In a private meeting at the Vatican on Tuesday, Pope Francis received the keys to his new Popemobile directly from Dr. Dieter Zetsche, Chairman of the Board of Management of Daimler AG and Head of Mercedes-Benz Cars. The newest Mercedes M-Class popemobile was built specifically for Pope Francis, just as other Popes have had Mercedes design and build unique models in the past. His Holiness also received a smart eBike in addition to the latest Papal vehicle.
During their time together, Zetsche and Pope Francis also discussed Daimler AG’s aim to create an environmentally friendly and sustainable future for the automotive industry, starting in part by investing 10.8 billion euros in research and development (about half of which will be used directly for researching and developing clean green technologies). Zetsche also spoke about Daimler’s continued effort to be a responsible leader in business, taking on a variety of charitable projects as well as activities in the fields of science, education, art, culture. In 2012 alone, Daimler donated 58 million Euro to not-for-profit institutions and social projects around the world.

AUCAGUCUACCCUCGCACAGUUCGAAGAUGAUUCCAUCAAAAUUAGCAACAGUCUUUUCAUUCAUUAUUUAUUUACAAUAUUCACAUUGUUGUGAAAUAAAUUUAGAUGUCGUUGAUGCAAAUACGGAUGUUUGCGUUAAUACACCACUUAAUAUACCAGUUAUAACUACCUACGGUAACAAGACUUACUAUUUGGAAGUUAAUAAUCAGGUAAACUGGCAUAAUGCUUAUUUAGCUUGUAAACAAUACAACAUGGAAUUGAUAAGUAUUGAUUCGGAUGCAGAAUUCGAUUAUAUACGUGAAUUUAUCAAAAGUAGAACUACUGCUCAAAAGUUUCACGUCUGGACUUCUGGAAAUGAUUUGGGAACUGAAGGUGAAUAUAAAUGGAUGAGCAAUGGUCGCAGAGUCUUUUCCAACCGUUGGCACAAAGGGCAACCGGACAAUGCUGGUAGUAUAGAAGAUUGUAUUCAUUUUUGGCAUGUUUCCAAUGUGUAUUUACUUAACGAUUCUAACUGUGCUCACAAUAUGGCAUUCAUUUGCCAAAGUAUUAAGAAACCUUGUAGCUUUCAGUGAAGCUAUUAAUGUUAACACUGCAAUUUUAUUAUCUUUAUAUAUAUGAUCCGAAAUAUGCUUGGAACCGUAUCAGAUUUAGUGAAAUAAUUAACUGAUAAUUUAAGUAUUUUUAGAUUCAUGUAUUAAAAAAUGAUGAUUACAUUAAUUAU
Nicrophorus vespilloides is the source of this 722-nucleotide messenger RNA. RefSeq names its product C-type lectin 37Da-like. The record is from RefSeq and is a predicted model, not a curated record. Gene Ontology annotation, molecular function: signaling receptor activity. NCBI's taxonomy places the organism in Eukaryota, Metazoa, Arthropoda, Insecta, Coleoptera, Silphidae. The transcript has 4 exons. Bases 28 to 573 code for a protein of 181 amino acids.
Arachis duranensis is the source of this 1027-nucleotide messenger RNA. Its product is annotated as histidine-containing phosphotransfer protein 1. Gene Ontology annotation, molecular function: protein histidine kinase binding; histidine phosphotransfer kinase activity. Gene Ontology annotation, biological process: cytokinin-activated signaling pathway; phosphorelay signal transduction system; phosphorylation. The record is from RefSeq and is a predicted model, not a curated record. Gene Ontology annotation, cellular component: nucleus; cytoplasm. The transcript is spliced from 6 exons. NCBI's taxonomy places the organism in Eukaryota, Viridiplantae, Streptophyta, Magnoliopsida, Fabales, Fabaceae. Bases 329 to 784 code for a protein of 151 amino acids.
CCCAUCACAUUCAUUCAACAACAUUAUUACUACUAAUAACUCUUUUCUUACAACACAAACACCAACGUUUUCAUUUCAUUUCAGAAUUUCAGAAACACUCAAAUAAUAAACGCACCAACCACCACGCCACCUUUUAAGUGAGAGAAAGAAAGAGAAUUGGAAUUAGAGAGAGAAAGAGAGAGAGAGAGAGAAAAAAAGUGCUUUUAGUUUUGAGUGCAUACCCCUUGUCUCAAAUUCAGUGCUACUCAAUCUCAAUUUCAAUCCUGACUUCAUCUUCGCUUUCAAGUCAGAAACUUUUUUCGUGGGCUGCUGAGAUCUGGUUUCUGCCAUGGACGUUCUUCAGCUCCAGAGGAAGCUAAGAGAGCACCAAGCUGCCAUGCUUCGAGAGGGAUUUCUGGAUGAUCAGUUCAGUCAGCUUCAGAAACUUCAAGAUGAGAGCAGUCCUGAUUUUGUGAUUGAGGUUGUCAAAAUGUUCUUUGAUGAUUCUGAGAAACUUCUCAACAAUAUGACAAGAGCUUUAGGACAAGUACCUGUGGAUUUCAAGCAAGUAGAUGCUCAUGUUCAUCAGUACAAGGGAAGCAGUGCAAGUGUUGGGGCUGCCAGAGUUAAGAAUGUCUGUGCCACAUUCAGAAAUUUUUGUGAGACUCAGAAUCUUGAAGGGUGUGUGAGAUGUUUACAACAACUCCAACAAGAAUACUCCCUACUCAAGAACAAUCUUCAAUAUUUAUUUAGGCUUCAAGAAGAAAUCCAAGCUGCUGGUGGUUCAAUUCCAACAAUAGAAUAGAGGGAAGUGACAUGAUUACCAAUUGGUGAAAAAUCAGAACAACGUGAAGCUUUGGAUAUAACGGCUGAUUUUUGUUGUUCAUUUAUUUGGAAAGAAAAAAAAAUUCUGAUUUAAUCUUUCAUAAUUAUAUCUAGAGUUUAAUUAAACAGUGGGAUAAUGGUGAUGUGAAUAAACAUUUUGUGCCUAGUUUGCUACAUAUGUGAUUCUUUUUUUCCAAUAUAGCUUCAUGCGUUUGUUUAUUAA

After his meeting with the Pope, Zetsche noted that “This tradition is a huge source of pride to us,” and Daimler is “delighted that His Holiness Pope Francis has decided to trust in the safety and comfort of our vehicles and that, by providing the popemobile, we will continue to accompany him on his travels in the future.”
The Mercedes-Benz brand has been providing vehicles for the Pope’s trips and official appearances for more than 80 years, starting in 1930 with a Nürburg 460 pullman saloon for Pope Pius XI and again in the 1960s with a 300d landaulet convertible specially built for Pope John XXIII. When Paul VI succeeded him, he used a Mercedes-Benz 600 pullman landaulet and later switched to a 300 SEL. The term ‘popemobile’, however, was not used until the 1980s, when it was first used in reference to a modified Mercedes G-Class that was used by Pope John Paul II. The Pope’s Mercedes G-Class was later replaced by the M-Class Mercedes in 2002.